There is a season for each thing, is said somewhere in the Bible. As I stand some days before leaving for Norway, I feel that the seasons are changing. And not only because I go from an African heat wave hitting Barcelona to a weird Nordic summer of +17 and rain, but also because I feel that the story is changing. I am turning some invisible pages right now.
Only now I feel like enjoying Barcelona at my most. I even want to share some photos of it – but when I searched my gallery on the phone, I found only photos of furniture, its prices and flower pots. I remember when after my first months here my friend asked me: “And when are you going to write a post about your favorite places and cafes in Barcelona?” Not that I was not eating outside. But I was like: “Dude, what do you imagine my life to be? Sipping coffee on the terraces all the time? I can write a post with the review of furniture stores though. If that would interest someone 😆”
There are so many things that make our traveling easier these days. Apps, Tripadvisor, online maps and GPS, travel blogs. And still I wish for more. I wish for an option “to set back all the novelties – and travel like in the old times”. I am not so old yet (well, it depends on the perspective, my 37 is a stone age for the teens :)), but sometimes I feel like a grumpy old-fashioned lady from another century. When I start recollecting, I wonder if there are still many people who could understand what I’m saying. Let’s do it for a while!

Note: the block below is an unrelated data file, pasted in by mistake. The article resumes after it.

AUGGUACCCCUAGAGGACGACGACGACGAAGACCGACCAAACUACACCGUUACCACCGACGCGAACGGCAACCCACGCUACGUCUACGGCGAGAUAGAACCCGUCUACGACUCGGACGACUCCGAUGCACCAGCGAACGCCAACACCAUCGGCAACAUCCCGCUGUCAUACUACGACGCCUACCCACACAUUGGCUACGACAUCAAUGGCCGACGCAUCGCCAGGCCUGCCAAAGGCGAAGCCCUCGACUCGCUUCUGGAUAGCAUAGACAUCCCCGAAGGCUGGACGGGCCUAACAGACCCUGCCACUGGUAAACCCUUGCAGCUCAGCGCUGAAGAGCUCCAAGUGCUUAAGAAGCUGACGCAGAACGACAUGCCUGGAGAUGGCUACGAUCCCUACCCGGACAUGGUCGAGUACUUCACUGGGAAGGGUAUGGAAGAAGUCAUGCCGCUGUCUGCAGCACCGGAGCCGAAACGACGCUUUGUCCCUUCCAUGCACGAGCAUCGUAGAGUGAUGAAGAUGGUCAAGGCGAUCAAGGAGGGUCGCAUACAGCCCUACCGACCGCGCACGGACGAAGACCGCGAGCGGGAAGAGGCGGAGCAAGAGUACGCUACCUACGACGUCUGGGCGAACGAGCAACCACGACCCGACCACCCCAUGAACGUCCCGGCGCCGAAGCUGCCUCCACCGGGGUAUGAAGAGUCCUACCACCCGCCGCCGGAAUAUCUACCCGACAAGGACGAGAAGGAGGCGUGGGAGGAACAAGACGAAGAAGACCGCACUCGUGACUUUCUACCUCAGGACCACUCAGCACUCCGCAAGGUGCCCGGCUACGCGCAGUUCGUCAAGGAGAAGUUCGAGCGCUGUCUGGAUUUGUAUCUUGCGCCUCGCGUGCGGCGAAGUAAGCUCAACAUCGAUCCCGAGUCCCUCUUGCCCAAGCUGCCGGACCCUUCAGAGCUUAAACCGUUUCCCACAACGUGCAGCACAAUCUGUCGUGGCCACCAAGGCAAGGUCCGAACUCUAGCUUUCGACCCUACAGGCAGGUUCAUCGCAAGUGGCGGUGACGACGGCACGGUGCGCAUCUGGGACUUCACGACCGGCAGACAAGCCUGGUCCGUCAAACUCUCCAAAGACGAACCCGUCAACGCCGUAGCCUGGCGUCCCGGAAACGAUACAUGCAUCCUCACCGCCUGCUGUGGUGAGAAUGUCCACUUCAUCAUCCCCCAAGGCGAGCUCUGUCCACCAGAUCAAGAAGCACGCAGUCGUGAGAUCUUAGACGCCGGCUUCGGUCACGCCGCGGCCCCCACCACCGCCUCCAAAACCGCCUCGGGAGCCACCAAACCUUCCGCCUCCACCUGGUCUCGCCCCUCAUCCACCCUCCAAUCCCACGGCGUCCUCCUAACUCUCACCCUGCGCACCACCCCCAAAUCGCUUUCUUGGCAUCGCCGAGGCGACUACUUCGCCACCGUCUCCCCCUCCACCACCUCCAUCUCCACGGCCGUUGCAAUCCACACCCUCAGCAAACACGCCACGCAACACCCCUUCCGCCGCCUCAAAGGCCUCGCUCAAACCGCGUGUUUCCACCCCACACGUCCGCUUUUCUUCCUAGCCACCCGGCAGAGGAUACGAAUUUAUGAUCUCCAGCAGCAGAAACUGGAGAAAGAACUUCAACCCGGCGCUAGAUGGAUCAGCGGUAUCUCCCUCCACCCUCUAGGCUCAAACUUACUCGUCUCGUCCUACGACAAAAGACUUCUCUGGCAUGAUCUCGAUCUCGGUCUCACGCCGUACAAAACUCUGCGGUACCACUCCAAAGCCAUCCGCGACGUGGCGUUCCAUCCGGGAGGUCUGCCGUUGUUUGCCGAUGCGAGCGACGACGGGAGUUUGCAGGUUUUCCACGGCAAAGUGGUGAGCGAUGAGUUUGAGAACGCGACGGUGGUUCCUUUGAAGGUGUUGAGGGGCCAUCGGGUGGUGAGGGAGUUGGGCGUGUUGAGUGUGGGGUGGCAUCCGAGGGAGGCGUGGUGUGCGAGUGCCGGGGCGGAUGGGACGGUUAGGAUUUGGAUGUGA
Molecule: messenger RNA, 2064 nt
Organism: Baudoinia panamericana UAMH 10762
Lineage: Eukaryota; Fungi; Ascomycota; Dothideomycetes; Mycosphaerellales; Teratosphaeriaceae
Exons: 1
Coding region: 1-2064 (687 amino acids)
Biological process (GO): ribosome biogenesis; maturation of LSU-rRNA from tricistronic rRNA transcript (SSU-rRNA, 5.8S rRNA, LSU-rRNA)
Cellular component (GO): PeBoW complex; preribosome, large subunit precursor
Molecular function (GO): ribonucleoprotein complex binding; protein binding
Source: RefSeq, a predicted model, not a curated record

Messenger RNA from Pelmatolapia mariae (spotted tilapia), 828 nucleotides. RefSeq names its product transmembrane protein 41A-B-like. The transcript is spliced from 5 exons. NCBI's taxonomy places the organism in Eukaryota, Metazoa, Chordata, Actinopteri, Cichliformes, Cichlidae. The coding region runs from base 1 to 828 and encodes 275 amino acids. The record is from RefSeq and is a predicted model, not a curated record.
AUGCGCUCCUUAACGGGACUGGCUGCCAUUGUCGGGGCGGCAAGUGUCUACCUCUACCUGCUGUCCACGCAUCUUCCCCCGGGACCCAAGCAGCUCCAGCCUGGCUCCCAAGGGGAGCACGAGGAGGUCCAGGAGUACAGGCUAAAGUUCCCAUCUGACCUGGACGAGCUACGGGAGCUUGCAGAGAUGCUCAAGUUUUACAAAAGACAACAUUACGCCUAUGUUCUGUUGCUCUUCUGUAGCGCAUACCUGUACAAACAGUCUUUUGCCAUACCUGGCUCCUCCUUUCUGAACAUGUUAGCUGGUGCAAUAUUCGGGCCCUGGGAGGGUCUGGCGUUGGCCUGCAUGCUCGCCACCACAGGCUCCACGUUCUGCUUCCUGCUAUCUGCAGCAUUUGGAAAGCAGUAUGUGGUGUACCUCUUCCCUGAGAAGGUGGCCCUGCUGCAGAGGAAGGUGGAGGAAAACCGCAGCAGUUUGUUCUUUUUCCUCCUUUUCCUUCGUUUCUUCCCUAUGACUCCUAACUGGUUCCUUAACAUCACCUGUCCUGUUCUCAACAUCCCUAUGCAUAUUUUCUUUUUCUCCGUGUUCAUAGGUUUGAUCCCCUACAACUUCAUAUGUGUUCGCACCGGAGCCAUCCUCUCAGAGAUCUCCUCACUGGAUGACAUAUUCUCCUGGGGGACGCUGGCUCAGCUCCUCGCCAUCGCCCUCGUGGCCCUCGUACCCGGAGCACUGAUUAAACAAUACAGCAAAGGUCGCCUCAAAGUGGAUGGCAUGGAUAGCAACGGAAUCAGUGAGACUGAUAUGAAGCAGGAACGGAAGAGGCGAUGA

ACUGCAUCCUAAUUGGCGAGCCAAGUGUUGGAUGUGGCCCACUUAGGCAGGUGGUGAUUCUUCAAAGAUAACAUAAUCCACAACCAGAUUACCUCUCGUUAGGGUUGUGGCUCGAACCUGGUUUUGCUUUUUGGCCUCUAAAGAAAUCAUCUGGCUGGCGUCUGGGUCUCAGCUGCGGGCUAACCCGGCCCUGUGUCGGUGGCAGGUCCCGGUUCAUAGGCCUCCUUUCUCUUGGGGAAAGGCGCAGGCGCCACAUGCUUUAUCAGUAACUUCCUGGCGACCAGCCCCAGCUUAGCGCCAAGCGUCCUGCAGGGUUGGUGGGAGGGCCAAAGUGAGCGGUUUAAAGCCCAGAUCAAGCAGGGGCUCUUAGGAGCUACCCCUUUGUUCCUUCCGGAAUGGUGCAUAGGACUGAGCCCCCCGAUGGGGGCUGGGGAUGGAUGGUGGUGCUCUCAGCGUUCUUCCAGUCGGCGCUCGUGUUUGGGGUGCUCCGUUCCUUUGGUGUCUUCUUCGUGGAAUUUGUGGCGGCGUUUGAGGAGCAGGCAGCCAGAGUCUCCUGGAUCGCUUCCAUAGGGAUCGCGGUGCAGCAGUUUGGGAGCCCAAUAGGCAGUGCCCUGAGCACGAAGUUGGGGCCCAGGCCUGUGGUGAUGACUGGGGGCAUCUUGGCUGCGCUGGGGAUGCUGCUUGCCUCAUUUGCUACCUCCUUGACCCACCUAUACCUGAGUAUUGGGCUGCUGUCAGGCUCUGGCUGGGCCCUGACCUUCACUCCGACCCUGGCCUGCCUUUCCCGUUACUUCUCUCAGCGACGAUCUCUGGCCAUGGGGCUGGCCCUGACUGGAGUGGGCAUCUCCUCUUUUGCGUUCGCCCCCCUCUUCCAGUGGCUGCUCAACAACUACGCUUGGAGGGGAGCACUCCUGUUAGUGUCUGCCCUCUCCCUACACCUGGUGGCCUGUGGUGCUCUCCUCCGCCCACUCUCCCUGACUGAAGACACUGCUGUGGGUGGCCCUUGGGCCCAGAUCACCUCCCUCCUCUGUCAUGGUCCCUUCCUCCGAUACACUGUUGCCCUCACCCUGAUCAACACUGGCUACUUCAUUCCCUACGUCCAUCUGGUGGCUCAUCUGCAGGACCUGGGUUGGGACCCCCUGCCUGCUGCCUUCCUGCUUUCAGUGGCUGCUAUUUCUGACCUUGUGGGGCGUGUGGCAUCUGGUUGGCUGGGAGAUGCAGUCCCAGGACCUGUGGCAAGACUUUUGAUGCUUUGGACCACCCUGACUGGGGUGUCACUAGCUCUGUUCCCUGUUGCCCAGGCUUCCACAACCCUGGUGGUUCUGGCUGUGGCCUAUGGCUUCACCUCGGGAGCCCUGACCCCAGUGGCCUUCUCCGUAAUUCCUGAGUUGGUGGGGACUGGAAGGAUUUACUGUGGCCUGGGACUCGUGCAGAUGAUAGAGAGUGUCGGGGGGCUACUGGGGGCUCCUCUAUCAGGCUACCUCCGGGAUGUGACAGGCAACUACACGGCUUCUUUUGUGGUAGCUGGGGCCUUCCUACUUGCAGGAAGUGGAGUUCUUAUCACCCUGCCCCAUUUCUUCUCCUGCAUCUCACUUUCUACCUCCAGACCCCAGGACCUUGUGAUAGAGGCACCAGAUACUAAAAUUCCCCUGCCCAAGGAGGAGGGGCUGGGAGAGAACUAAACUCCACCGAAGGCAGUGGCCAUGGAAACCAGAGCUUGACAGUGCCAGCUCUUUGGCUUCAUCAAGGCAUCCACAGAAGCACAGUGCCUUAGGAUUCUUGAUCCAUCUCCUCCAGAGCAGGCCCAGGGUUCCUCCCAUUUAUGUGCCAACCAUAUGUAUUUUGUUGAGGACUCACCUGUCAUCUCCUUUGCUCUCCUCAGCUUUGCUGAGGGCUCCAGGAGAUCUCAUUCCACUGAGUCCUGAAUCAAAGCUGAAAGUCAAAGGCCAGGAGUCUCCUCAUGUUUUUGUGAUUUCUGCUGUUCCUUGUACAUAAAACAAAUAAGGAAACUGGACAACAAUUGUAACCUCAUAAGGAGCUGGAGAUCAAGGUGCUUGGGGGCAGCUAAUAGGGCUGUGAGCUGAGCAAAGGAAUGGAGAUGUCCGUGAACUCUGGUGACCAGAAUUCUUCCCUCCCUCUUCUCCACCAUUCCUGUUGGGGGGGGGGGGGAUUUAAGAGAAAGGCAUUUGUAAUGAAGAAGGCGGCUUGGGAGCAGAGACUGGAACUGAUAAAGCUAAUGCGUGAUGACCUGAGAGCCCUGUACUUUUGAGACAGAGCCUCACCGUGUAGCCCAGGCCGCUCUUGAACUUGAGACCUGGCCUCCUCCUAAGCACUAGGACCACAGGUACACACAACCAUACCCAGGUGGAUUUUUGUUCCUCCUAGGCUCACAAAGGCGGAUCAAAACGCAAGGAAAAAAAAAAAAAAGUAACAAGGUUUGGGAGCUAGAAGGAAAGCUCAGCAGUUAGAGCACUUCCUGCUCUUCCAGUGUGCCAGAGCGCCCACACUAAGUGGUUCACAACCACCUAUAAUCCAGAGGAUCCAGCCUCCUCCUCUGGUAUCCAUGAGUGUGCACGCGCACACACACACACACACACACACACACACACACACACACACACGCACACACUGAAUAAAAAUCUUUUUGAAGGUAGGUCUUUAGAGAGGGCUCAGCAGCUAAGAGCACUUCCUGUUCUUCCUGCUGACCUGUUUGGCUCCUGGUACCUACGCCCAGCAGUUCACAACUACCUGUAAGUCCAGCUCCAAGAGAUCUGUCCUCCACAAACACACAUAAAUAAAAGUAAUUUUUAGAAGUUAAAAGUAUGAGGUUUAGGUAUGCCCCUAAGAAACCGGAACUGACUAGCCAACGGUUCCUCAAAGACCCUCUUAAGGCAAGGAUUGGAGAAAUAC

Do you remember travelling without google maps? When you had to ask strangers for the way and figure out the instructions in any language. The best were Spaniards. On my feeble and polite “Hablas ingles? Do you speak English?”, followed by their energetic “Si, si, si” – “Where is this place?” they would almost grab my hand and go: “Mira, guapa, todo recto, de recha, al fondo, primera – no, segunda – si”. And I would just read their hand movements and improve my Spanish vocabulary immediately.